Thursday, November 13, 2008

James Bond Prefers Chilean “Pisco”

Brazilian government issues new “Caipirinha” Law

During your next trip to South America, you will surely run into some exotic food and alcoholic spirits that may make you lose your head, not only literally speaking. This is exactly what happened to Daniel Craig, the actor plays the leading role in the latest episode of the James Bond saga. Craig had his first encounter with the local beverage while filming “Quantum of Solace” in Chile´s northern desert area. “Bond” was so delighted by Pisco that he demanded that plenty of it be served at the premier presentation of his film in London, with the attendance of guests such as Prince William and Prince Harry. Pisco Sour, a variation when the spirit is mixed with lemon juice, has especially captivated Craig. Another popular variation invented in Chile has been Piscola, when it is mixed with Coca Cola.
There has been a long-standing dispute between Chile and Peru over the ownership of the “Pisco” denomination. While the Chilean government does not contend that Pisco is the name of the Peruvian port from where it began to be exported in the 17th century, it claims that greater production and more successful marketing campaigns by local companies have made the spirit popular around the world. At present the volume of Chilean Pisco production is fifty times larger than that of Peru, where it is still made using old fashioned and traditional methods. In Chile, especially in the fertile Elqui River valley area, 400 kilometers to the north of Santiago, the Pisco production process has become highly industrialized and sophisticated in order to meet constantly increasing international demand and quality standards. The pure water of the Elqui River has also been protected in order to make sure that Pisco is produced in a clean and environmentally friendly
environment . A National Council for Clean Production has been set up to prevent Water pollution, and to increase competitiveness of the product. At Elqui, the spirit is made from grapes mostly of the Muscat variety, while some vineyards prefer Torontel or Pedro Jimenez. The taste of Chilean Pisco is quite bland , similar to a weak rum. Its odor is very sweet and woody while the color is like that of vodka ,but with a slight yellowish tinge.The regulations for pisco designations established by the Chilean Ministry of Agriculture are as follows:

• Regular, 30% to 35% (60 to 70 proof).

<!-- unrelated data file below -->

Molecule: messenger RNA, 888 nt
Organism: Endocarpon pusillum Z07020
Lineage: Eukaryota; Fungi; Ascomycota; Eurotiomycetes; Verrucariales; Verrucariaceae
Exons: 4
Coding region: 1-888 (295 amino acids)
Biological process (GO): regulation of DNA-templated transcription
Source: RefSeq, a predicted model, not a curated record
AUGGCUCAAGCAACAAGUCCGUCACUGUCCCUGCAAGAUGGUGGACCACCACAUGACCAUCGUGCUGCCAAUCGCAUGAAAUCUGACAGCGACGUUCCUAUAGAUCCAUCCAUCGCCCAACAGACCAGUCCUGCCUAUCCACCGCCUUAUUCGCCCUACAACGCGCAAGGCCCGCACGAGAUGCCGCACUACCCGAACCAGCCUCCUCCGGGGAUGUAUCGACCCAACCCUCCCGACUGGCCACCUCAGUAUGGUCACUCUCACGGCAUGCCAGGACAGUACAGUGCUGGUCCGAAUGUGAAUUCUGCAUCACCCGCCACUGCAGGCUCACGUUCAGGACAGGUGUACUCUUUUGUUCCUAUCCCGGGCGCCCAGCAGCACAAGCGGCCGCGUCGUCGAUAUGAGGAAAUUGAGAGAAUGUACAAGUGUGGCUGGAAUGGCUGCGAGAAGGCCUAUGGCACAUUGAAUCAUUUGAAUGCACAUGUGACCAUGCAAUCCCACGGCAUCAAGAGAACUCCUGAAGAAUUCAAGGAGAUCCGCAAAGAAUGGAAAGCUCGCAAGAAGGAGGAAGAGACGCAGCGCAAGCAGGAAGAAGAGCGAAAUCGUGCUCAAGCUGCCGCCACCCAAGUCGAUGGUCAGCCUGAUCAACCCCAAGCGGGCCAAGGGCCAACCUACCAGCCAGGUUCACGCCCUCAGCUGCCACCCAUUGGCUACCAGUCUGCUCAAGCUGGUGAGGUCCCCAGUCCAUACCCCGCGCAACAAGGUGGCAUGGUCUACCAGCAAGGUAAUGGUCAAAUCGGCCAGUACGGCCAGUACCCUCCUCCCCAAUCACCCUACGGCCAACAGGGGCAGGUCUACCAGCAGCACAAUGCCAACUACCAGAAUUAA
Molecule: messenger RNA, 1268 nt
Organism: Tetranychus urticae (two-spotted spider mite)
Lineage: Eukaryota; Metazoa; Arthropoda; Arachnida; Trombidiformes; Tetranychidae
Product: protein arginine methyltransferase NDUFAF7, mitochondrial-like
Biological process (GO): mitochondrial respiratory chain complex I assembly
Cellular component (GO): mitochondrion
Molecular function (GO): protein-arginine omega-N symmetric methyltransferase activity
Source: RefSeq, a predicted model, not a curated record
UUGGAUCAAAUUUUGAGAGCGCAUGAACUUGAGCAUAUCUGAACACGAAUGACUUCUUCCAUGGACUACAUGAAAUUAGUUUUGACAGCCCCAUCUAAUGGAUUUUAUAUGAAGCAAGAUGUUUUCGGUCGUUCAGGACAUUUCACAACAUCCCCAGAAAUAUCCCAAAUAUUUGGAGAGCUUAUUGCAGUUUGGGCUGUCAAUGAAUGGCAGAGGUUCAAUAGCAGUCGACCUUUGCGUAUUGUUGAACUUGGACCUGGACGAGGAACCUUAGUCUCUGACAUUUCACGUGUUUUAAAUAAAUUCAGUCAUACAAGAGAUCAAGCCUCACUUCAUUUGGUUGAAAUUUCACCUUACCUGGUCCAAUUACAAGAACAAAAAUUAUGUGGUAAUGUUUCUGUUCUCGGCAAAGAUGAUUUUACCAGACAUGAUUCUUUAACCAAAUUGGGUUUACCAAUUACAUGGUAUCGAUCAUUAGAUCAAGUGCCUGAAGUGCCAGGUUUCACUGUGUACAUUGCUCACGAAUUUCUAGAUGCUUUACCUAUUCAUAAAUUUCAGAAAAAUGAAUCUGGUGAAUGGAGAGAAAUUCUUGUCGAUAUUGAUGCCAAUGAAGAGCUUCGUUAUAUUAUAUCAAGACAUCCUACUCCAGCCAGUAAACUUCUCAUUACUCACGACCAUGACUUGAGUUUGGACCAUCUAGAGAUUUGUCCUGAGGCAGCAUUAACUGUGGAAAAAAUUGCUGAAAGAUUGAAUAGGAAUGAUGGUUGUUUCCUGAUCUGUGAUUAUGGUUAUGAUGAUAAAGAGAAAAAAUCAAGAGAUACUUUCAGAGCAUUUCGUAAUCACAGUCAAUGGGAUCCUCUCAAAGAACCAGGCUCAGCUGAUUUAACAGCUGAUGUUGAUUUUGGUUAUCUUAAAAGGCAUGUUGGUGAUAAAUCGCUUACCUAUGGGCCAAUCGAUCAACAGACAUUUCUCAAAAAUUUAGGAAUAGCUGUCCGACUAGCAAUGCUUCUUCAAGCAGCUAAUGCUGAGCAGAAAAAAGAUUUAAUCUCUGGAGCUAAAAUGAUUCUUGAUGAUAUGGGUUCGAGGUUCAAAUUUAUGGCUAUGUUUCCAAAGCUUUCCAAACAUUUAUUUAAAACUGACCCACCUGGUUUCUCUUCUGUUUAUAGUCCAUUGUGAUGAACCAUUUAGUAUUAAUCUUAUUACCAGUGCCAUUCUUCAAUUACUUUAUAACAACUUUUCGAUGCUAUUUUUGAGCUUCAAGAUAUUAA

• Special, 35% to 40% (70 to 80 proof).
• Reserve, 40% to 43% (80 to 86 proof).
• Great, 43% or more (86 or more proof).

Meanwhile in neighboring Peru, the local Pisco industry has not been able to recover from the crisis that began in the 1880s, when the country lost large portions of its territory to Chile as a result of the War of the Pacific. At that time, Peruvian Pisco production was concentrated in the Atacama desert, that was occupied by Chile in 1883. The new authorities banned Peruvian citizens from producing any alcoholic beverages such as Pisco while Chileans began to learn the secrets of its making.
In 1960 Chile banned Peruvian Pisco imports and Peru retributed with an identical decision that initiated the current “War of Pisco” that is being fought on the international legal battleground. In July 2005, the Peruvian government presented application for international registration to the World Intellectual Property Organization (WIPO), whereby Pisco should be declared “a beverage of Peruvian origin”. However, Peru´s claim has not prospered since the WIPO has not been able to establish that "Pisco" is Peruvian, as it is not within that organization´s attributions. On the other hand, the Chilean government has proposed a combined effort with Peru to increase marketing of Pisco at an international level. In every free trade agreement signed by Chile, an opportunity has always been left open for a similar recognition of Peru's claim, and has never been against the "Pisco" appelation being granted to Peru, provided that this recognition
does not damage Chilean commercial interests.
On the last day of October, 2008, the Brazilian Ministry of Agriculture published Article 4 of Instruction Rule 55 in the Official Newspaper, that clearly defines the way to prepare the country´s national spirit, known as Caipirinha. Similar in color to Pisco, Caipirinha is made from sugar cane and is also mixed with lemon juice, sugar and crushed ice. Article 4 states that “Caipirinha must be prepared with sugar cristals with no more than 150 grams per liter and no less than ten grams per liter, and that synthetic or natural substitutes cannot be used.” With regards to the lemon juice,”it can be added in dehydrated form, but there must be at least 1 percent lemon juice with 5 percent of citric acid.”.From this date Brazilian citizens and specialists ahve thirty days to make any suggestions to the law after which it will begin to be immediately inforced in local bars and restaurants.

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